• Aran, Galway Bay and Slyne Head Nephrops Grounds (FU17) 2018 UWTV Survey Report and catch scenarios for 2019

      Doyle, J.; O’ Brien, S.; Ryan, G.; Galligan, S.; Hernon, P.; Aristegui, M.; Vacherot, J.P. (Marine Institute, 2018)
      This report provides the main results and findings of the seventeenth annual underwater television on the Aran, Galway Bay and Slyne head Nephrops grounds, ICES assessment area; Functional Unit 17. The survey was multi-disciplinary in nature collecting UWTV, fishing, CTD and other ecosystem data. In 2018 a total of 43 UWTV stations were successfully completed, 33 on the Aran Grounds, 5 on Galway Bay and 5 on Slyne Head patches. The mean burrow density observed in 2018, adjusted for edge effect, was medium at 0.40 burrows/m². The final krigged burrow abundance estimate for the Aran Grounds was 488 million burrows with a CV (relative standard error) of 3%. The final abundance estimate for Galway Bay and Slyne Head was 33 million in both grounds with CVs of 17% and 12% respectively. The total abundance estimates have fluctuated considerably over the time series. The 2018 combined abundance estimate was a 37% increase compared to in 2017 and at 554 million burrows and is above the MSY Btrigger reference point (540 million burrows). Using the 2018 abundance estimate and updated stock data implies catch of 1002 tonnes and landings of 916 tonnes in 2019 when the MSY approach is applied (assuming that discard rates and fishery selection patterns do not change from the average of 2015–2017). Virgularia mirabilis was the only sea-pen species observed on the UWTV footage. Trawl marks were present at 9% of the Aran stations surveyed.
    • Aran, Galway Bay and Slyne Head Nephrops Grounds (FU17) 2019 UWTV Survey Report and catch scenarios for 2020.

      Aristegui, M.; Doyle, J.; O’ Brien, S.; Fitzgerald, R.; Vacherot, J.P.; Sugrue, S.; Quinn, M. (Marine Institute, 2019)
      This report provides the main results and findings of the seventeenth annual underwater television on the Aran, Galway Bay and Slyne head Nephrops grounds, ICES assessment area; Functional Unit 17. The survey was multi-disciplinary in nature collecting UWTV, CTD and other ecosystem data. In 2019 a total of 41 UWTV stations were successfully completed, 31 on the Aran Grounds, 5 on Galway Bay and 5 on Slyne Head patches. The mean burrow density observed in 2019, adjusted for edge effect, was medium at 0.38 burrows/m². The final krigged burrow abundance estimate for the Aran Grounds was 458 million burrows with a CV (relative standard error) of 4%. The final abundance estimate for Galway Bay was 23 million and for Slyne Head was 12 million, with CVs of 11% and 8% respectively. The total abundance estimates have fluctuated considerably over the time series. The 2019 combined abundance estimate (493 million burrows) is 11% lower than in 2018, and it is below the MSY Btrigger reference point (540 million burrows). Using the 2019 estimate of abundance and updated stock data implies catches between 696 and 800 tonnes in 2020 that correspond to the F ranges in the EU multi annual plan for Western Waters, assuming that discard rates and fishery selection patterns do not change from the average of 2016–2018. Virgularia mirabilis was the only sea-pen species observed on the UWTV footage. Trawl marks were present at 7% of the Aran stations surveyed.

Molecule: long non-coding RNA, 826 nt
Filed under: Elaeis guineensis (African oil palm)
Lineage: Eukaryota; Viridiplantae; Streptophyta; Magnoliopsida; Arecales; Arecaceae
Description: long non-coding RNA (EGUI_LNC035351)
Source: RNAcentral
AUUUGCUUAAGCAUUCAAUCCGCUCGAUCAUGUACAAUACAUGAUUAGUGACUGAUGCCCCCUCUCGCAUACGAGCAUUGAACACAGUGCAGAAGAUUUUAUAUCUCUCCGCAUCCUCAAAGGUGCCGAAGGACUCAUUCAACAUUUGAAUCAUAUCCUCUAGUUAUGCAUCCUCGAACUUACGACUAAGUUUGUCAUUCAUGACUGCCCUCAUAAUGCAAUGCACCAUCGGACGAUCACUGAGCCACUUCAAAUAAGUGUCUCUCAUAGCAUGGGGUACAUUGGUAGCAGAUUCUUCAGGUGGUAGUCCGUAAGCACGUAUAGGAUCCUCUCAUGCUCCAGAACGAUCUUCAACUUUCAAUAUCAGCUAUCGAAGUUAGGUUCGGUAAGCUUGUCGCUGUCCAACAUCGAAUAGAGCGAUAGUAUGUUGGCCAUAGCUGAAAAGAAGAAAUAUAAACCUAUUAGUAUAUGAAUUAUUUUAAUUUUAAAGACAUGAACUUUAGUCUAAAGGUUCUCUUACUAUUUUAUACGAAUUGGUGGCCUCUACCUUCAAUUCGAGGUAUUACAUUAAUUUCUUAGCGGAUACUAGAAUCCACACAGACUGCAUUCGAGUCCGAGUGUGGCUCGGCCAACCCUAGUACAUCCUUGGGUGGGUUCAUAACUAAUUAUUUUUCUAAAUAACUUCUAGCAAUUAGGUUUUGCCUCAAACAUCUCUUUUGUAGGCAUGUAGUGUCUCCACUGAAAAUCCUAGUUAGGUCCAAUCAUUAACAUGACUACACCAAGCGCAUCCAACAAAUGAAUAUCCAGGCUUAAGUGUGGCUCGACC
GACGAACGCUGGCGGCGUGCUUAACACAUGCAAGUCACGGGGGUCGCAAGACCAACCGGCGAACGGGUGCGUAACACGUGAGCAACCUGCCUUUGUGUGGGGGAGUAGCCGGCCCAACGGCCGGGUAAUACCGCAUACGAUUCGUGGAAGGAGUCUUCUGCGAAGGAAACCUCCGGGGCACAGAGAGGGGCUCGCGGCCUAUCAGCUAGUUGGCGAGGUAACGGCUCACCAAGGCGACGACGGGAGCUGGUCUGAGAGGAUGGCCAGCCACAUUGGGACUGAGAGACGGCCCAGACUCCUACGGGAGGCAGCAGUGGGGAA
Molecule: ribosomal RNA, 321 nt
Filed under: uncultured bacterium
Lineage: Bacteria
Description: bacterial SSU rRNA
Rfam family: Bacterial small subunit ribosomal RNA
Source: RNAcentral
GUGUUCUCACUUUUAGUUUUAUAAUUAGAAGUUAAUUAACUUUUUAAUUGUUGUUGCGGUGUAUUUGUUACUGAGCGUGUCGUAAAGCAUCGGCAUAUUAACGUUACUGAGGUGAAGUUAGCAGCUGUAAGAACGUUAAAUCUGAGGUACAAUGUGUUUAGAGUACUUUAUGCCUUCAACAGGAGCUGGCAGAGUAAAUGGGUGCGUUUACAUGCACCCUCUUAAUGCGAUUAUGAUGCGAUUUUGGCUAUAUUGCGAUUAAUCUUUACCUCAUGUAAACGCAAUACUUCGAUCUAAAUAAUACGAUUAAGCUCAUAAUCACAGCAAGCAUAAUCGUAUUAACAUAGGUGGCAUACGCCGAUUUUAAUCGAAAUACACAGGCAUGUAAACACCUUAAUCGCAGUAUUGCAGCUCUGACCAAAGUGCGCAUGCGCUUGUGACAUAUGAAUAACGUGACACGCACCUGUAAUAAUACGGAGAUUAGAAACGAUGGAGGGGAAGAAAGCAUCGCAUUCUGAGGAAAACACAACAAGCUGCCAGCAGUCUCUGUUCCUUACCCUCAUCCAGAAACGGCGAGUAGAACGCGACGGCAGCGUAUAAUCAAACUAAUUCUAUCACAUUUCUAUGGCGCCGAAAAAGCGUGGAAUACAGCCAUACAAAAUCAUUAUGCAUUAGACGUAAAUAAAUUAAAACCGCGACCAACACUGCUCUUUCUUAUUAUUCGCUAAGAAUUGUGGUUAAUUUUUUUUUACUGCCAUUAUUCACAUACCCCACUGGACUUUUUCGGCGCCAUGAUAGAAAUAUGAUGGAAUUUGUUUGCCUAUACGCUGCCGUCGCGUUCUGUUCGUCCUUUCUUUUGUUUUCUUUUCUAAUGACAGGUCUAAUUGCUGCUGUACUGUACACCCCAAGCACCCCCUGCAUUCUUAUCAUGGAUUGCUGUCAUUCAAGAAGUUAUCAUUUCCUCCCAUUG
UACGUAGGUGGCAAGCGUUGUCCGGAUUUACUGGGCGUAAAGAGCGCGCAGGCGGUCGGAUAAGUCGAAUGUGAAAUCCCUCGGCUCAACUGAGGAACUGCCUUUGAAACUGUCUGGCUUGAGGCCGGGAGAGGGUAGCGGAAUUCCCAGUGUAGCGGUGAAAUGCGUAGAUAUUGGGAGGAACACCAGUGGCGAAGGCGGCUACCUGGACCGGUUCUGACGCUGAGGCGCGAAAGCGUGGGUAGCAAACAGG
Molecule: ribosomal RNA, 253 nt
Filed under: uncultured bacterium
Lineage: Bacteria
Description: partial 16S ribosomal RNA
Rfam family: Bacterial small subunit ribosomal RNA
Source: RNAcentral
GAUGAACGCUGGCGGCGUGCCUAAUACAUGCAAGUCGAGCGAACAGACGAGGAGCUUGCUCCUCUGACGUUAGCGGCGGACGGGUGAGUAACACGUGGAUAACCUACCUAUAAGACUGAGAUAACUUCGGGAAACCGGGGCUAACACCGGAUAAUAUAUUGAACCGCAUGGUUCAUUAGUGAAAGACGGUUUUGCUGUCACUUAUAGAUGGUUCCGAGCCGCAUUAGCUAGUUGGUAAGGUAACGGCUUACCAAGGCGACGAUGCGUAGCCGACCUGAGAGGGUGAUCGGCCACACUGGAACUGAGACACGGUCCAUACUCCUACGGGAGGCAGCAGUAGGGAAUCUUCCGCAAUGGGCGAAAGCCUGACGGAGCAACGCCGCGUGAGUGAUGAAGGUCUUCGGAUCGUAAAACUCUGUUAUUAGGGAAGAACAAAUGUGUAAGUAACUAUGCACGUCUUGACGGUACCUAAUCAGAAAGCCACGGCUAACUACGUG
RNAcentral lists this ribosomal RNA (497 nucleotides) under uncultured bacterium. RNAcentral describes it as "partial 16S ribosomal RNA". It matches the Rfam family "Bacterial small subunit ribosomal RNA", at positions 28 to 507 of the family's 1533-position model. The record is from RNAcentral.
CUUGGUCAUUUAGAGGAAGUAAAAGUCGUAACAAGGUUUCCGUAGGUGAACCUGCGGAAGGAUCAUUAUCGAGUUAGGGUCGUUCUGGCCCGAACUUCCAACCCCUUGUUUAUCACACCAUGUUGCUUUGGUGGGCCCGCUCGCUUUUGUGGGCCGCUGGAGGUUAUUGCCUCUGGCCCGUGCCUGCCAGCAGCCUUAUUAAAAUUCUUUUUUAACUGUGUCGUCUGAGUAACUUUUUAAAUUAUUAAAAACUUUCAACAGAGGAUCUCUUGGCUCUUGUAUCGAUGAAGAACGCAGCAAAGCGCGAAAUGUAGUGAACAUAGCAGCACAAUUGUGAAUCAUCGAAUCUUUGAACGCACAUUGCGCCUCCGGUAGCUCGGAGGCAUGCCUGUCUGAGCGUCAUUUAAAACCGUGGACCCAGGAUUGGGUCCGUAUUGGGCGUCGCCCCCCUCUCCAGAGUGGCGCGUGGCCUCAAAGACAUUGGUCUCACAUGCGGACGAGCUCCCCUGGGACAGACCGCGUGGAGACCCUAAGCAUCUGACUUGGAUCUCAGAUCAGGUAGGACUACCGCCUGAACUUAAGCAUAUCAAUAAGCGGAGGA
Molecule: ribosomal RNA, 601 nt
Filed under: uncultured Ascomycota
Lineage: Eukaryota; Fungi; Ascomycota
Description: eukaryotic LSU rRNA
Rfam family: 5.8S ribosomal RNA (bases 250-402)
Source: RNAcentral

• Aran, Galway Bay and Slyne Head Nephrops Grounds (FU17) 2020 UWTV Survey Report and catch scenarios for 2021

      Doyle, J.; Galligan, S.; Aristegui, M.; O’ Brien, S.; Fitzgerald, R.; Tully, D.; McAuliffe, M (Marine Institute, 2020)
      This report provides the main results and findings of the nineteenth annual underwater television survey on the Aran, Galway Bay and Slyne head Nephrops grounds, ICES assessment area; Functional Unit 17. The survey was multi-disciplinary in nature collecting UWTV, CTD and other ecosystem data. In 2020 a total of 44 UWTV stations were successfully completed, 34 on the Aran Grounds, 5 on Galway Bay and 5 on Slyne Head patches. The mean burrow density observed in 2020, adjusted for edge effect, was medium at 0.29 burrows/m². The final krigged burrow abundance estimate for the Aran Grounds was 359 million burrows with a CV (Coefficient of Variance; relative standard error) of 4%. The final abundance estimate for Galway Bay was 27 million and for Slyne Head was 7 million, with CVs of 13% and 4% respectively. The total abundance estimates have fluctuated considerably over the time series. The 2020 combined abundance estimate (394 million burrows) is 20% lower than in 2019, and it is below the MSY Btrigger reference point (540 million burrows). Using the 2020 estimate of abundance and updated stock data implies catches between 443 and 508 tonnes in 2021 that correspond to the F ranges in the EU multi annual plan for Western Waters, assuming that discard rates and fishery selection patterns do not change from the average of 2017–2019. Virgularia mirabilis was the only sea-pen species observed on the UWTV footage. Trawl marks were present at 7% of the Aran stations surveyed.